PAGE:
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The Benefits of Backbending

There are many benefits to backbending, both physical and emotional. It’s typical to find at least one backbend in a yoga class; at least during cobra in sun salutes. When we bend in the back we strengthen the muscles along the spine and those in the lower back for sure, but there’s more to it than that.

Backbending poses can actually help you to realign the spine. As I sit writing this post right now I have one leg crossed over the other causing a slight curve in the lower part of my spine (well, not anymore- I just corrected myself). This habitual practice in itself will cause back pain over time as the spine adjusts to this way of sitting. But even the action of sitting itself causes a tightening of the hip flexor muscles which pulls at the spine. See this post for more information about how sitting affects the body. It’s typical for the spine to become misaligned with these and other actions that move our spines forward and round them. By pulling the shoulders back and arching backward – even slightly – you help to realign the spine as the vertebrae open the other way from the norm as pictured here:

But that’s not all! Backbending poses open up the chest muscles and abdominal muscles as well as the intercostal muscles that are found between ribs. During this process the heart also receives a stretch resulting in increased efficiency in pumping blood  throughout the body. At the same time the respiratory system is wide open allowing an unrestricted breath. The kidneys found  near the lower part of the back behind the diaphragm receive a squeeze in backbends causing an influx of fresh blood on the release. Fresh blood = fresh oxygen = healing.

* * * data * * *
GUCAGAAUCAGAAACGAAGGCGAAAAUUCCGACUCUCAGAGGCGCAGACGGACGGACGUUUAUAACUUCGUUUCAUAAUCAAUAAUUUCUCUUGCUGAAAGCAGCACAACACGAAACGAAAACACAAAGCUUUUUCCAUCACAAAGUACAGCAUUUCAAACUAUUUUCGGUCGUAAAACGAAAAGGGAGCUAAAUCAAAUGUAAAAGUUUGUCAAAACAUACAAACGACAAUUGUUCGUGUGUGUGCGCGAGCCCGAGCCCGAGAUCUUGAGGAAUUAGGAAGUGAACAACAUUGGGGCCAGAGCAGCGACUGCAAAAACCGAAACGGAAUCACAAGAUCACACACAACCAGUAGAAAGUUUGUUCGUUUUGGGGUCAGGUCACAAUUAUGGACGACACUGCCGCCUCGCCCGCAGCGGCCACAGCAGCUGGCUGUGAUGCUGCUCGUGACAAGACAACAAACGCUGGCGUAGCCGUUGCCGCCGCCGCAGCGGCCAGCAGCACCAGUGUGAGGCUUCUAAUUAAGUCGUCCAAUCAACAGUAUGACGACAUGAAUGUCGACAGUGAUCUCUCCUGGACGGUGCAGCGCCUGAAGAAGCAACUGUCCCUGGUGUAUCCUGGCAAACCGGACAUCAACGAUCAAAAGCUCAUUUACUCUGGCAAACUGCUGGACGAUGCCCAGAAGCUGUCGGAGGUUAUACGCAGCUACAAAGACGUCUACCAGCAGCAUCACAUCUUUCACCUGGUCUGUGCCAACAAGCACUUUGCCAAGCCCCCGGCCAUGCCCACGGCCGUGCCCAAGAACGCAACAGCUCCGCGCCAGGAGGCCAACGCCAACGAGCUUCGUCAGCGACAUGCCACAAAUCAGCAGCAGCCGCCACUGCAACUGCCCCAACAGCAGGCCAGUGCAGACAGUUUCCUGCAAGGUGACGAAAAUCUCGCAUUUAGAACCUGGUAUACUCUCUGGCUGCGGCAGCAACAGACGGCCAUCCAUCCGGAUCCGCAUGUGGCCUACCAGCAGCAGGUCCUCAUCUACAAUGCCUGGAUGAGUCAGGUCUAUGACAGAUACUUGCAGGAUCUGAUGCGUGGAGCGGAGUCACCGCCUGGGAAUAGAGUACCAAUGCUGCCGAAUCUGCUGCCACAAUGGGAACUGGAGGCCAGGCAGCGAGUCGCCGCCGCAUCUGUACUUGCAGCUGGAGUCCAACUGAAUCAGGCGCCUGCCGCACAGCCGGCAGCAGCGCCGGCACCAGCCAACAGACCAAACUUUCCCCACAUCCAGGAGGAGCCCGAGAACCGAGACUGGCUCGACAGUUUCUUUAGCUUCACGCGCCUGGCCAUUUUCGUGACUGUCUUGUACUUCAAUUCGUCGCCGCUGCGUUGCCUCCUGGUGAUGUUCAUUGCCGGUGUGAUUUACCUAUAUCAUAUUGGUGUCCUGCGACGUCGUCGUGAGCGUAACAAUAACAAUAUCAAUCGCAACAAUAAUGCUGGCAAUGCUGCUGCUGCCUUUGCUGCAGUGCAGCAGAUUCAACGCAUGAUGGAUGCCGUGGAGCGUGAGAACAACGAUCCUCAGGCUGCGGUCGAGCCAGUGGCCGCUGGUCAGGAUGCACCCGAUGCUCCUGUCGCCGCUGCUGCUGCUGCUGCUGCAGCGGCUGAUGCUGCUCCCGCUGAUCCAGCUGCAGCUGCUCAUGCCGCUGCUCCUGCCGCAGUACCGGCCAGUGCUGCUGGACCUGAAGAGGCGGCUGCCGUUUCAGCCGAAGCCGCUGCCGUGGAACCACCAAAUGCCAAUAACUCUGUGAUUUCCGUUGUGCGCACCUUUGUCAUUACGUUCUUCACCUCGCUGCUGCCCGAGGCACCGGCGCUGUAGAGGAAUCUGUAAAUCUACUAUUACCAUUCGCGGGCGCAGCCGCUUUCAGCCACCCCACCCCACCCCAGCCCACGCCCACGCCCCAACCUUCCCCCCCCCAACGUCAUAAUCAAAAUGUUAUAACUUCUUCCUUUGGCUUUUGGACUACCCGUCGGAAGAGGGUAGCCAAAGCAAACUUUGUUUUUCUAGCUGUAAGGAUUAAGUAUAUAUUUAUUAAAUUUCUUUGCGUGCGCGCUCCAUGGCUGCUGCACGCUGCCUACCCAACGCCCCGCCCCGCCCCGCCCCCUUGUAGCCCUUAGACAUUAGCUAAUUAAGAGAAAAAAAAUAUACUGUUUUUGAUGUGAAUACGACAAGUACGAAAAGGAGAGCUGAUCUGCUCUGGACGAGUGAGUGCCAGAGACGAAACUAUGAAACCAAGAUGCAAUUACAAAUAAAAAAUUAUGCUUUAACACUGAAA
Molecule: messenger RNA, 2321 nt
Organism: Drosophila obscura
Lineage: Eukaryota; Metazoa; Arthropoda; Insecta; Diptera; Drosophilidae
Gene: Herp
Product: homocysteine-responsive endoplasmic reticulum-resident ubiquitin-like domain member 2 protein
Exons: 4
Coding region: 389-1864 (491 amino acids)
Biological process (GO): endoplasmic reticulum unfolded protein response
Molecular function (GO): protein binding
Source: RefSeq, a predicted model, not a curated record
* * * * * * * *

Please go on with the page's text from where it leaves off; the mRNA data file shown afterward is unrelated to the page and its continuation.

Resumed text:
The digestive system is also benefited by backbends. As the internal organs that are found in the abdomen are stimulated their efficiency increases helping to fight off constipation and improve digestion in general. This can also help with menstrual cramps.

Energetically, backbends open the anahata (heart) chakra, increasing our compassion and loving-kindness both for ourselves and others. It is said that these heart opening poses can also combat depression. There is a definite release of tension and an endorphin boost when practicing backbends. Remember to practice with compassion, honoring your personal limitations to prevent injury and to get the most out of these powerful poses.

I’ll post more on the actual poses soon!